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One Fourteenth of an Elephant

1 rating: 5.0
1 review about One Fourteenth of an Elephant

A paean to the indomitable nature of the human spirit!

  • Feb 4, 2010
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But "One Fourteenth of an Elephant" is also a blistering condemnation of man's brutality to his fellow man even in the context of a war that encompassed the globe. When Singapore fell to the Japanese in 1942, author Ian Denys Peek, alongside countless thousands of Commonwealth soldiers, was incarcerated and forced to work to the glory of the Japanese Empire by helping the Japanese army to construct the Burma-Thailand railway.

Peek's present tense narration is at once simple, straightforward, brutally honest, compelling, astonishing and utterly heartbreaking.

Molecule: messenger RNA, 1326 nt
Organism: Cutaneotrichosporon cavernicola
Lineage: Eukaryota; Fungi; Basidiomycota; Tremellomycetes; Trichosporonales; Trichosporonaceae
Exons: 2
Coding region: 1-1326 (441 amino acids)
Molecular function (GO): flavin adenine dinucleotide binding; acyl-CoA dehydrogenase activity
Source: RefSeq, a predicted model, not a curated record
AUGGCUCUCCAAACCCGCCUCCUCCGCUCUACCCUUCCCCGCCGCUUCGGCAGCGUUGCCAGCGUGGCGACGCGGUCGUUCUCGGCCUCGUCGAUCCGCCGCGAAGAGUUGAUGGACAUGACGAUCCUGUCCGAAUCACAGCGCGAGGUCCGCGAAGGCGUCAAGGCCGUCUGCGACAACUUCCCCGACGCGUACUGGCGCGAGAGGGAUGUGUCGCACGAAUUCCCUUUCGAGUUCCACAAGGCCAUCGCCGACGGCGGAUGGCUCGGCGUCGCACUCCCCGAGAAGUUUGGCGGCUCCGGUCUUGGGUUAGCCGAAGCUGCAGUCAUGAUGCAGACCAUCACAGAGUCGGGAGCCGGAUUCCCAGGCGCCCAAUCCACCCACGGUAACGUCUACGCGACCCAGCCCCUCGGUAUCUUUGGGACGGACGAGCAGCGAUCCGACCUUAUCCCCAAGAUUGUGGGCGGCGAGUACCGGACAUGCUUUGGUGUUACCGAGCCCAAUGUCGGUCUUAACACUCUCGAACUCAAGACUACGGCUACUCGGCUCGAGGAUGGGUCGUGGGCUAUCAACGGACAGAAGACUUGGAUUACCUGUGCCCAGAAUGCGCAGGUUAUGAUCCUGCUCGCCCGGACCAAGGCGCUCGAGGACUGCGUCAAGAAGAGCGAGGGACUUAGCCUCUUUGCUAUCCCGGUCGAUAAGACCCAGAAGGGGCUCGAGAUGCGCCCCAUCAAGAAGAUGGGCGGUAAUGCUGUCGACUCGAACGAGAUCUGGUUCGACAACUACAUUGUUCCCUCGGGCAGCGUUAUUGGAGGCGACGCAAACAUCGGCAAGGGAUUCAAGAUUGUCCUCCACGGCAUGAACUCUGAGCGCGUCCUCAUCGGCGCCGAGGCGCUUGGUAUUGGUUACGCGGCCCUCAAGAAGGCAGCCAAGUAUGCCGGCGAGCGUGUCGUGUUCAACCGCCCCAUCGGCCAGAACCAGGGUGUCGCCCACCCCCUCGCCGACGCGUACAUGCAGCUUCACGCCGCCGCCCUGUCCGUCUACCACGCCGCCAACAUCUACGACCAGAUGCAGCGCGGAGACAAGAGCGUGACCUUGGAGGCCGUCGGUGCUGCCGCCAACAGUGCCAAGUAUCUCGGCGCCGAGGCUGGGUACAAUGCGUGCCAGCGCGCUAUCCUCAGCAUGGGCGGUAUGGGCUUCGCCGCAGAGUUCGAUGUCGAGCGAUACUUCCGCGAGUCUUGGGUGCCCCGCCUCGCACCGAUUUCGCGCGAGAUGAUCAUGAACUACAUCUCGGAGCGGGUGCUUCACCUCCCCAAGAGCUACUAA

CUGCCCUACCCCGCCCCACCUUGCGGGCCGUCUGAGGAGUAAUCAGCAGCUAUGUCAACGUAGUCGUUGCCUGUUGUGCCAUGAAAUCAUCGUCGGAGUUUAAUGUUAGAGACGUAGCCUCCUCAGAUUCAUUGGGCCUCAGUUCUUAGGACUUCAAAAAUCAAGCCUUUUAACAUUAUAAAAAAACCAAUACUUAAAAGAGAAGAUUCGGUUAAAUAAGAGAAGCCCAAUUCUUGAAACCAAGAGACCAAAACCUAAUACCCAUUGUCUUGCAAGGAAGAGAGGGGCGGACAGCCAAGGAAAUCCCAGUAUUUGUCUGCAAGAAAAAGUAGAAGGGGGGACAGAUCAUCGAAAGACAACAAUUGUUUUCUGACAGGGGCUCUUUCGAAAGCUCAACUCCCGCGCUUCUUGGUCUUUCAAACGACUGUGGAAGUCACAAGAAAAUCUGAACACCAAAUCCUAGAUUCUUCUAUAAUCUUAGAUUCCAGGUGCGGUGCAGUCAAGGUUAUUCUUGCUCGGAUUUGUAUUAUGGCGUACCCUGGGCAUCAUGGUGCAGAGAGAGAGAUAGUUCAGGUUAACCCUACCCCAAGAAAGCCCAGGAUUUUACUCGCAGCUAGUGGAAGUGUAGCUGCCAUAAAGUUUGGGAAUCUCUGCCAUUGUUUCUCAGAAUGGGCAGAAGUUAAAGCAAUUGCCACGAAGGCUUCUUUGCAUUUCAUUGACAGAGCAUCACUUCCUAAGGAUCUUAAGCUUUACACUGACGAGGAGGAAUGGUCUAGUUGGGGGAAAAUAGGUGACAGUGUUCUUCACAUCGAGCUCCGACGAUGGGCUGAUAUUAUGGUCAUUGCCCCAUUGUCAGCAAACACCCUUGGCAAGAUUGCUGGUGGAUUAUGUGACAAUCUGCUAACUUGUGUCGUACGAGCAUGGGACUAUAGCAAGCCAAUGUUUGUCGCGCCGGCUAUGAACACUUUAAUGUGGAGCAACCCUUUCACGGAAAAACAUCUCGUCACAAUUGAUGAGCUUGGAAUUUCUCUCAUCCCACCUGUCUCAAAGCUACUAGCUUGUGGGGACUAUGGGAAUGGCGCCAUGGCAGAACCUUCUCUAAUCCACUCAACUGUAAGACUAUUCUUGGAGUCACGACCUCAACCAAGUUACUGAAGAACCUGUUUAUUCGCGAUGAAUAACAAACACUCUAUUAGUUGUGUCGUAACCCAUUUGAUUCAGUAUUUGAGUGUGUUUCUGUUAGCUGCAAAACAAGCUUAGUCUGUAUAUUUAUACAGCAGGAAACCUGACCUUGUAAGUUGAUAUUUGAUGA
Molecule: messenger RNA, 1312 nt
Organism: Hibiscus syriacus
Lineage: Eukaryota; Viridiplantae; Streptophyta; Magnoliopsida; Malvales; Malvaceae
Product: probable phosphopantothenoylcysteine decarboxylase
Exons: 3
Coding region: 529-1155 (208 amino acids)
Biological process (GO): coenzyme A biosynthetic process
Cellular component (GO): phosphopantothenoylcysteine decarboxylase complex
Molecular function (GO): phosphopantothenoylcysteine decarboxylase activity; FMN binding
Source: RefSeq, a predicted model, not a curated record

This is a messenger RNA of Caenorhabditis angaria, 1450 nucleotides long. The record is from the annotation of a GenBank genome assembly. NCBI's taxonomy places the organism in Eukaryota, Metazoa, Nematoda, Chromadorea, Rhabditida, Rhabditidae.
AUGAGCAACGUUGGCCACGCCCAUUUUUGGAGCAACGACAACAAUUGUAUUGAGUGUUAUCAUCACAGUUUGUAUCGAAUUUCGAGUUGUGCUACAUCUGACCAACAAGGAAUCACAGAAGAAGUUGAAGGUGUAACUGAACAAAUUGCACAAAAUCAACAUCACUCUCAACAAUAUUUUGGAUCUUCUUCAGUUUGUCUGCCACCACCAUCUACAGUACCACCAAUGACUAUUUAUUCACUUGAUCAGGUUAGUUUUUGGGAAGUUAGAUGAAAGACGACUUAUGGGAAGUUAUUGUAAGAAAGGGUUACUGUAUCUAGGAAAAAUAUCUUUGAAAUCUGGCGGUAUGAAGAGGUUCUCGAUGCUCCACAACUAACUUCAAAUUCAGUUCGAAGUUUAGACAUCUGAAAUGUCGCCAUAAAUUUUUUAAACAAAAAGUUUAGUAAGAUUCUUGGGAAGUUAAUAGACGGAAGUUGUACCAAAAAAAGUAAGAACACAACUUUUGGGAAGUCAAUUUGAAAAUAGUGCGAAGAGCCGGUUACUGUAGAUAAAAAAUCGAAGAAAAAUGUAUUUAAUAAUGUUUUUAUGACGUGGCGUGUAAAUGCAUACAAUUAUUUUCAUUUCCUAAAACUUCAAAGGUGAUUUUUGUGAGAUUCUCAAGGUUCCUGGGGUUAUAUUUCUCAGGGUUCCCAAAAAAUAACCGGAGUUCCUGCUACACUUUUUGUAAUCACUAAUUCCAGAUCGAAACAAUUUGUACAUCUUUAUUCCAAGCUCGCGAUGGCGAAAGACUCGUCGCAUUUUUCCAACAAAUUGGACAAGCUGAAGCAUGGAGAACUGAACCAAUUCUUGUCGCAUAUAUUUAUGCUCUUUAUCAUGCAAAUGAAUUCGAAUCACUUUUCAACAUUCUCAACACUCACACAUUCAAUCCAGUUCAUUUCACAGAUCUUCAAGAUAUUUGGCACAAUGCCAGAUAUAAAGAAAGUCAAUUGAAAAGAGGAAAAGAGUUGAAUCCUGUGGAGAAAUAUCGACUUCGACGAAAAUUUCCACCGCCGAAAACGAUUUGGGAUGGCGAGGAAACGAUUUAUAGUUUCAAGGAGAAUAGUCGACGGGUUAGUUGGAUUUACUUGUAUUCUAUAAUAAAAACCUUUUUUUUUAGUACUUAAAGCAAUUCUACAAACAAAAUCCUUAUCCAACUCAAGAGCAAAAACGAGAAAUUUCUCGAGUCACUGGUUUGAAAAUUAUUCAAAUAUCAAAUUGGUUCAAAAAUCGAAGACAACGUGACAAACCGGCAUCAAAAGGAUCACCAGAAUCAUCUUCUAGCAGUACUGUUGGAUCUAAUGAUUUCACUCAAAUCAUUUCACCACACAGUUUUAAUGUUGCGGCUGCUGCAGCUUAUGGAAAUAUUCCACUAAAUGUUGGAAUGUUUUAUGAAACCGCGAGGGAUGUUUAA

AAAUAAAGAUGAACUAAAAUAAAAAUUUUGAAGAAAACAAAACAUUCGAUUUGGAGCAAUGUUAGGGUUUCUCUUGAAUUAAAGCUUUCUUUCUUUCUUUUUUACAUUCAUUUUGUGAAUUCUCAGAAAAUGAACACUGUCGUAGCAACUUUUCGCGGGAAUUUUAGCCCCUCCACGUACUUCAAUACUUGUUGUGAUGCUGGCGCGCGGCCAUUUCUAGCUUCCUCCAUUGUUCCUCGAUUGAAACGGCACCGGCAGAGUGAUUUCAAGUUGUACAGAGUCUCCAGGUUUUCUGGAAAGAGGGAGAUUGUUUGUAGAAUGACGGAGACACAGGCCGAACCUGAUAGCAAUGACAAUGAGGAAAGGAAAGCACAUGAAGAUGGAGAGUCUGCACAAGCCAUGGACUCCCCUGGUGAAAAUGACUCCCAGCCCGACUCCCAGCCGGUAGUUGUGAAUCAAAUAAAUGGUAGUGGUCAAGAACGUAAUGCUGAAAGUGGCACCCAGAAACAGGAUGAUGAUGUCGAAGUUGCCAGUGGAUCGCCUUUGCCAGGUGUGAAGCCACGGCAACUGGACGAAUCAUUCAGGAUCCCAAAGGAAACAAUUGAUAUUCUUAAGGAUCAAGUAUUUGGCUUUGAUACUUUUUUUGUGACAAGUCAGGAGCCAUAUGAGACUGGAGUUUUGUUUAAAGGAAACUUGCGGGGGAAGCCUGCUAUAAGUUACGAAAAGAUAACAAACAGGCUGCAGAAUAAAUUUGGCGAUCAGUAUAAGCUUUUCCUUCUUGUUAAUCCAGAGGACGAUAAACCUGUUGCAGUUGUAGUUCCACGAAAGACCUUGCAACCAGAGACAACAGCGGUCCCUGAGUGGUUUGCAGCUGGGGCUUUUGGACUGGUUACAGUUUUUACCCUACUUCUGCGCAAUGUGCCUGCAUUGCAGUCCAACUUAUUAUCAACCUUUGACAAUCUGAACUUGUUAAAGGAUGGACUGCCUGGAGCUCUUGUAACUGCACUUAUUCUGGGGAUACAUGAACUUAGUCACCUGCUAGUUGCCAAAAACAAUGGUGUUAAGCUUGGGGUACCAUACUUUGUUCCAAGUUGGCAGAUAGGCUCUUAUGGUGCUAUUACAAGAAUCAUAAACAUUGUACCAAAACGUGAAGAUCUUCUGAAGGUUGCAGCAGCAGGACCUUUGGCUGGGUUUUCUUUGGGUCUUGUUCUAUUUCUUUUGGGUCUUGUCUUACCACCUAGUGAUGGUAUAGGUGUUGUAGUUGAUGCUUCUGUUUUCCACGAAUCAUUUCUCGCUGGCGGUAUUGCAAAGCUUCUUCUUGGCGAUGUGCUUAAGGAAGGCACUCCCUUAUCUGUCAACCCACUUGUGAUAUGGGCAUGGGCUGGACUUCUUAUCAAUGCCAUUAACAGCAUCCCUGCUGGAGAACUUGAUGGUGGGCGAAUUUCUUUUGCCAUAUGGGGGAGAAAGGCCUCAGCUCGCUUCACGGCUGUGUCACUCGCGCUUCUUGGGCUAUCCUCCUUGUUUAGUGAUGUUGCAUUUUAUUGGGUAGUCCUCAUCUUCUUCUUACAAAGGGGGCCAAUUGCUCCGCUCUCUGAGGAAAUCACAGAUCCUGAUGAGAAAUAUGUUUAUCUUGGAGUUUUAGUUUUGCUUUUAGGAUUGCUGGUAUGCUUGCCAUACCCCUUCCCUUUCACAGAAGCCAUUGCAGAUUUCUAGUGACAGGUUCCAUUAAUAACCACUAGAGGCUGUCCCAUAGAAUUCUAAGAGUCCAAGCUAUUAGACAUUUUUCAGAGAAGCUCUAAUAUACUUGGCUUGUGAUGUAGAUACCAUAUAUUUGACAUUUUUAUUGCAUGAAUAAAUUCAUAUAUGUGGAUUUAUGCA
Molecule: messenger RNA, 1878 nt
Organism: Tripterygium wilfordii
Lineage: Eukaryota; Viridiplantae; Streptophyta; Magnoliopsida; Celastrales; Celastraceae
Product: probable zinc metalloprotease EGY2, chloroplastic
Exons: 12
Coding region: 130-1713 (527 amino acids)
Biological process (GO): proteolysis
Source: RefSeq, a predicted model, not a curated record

"We have absolutely no say in our lives. We live like animals kept for work and nobody cares if we live or die. Each man has to rely totally on his own personal resources, with the support of close friends when he needs it, to cope with conditions under which familiar things have all but disappeared, leaving him with almost nothing in a grinding struggle to survive not only physically, but to retain sanity and a sense of humour."

Sickness and starvation is the norm. Escape across 100 kilometres of Siam's mountains and jungle is, of course, impossible and this realization makes the plight of these men all the more deplorable. Peek himself barely survived the ravages of malaria and beri-beri, one disease the result of his harsh environment, the other an entirely preventable illness due to mal-nutrition.

"One Fourteenth of an Elephant" is not an easy book to read but it is ultimately uplifting and unforgettable. Highly recommended.

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February 04, 2010
I was in the military and find these kind of book a nice read. Thanks and nice job
February 04, 2010
Thanks for the comments. I got the heads up on this one from a fellow Amazon reviewer who lives in Australia.
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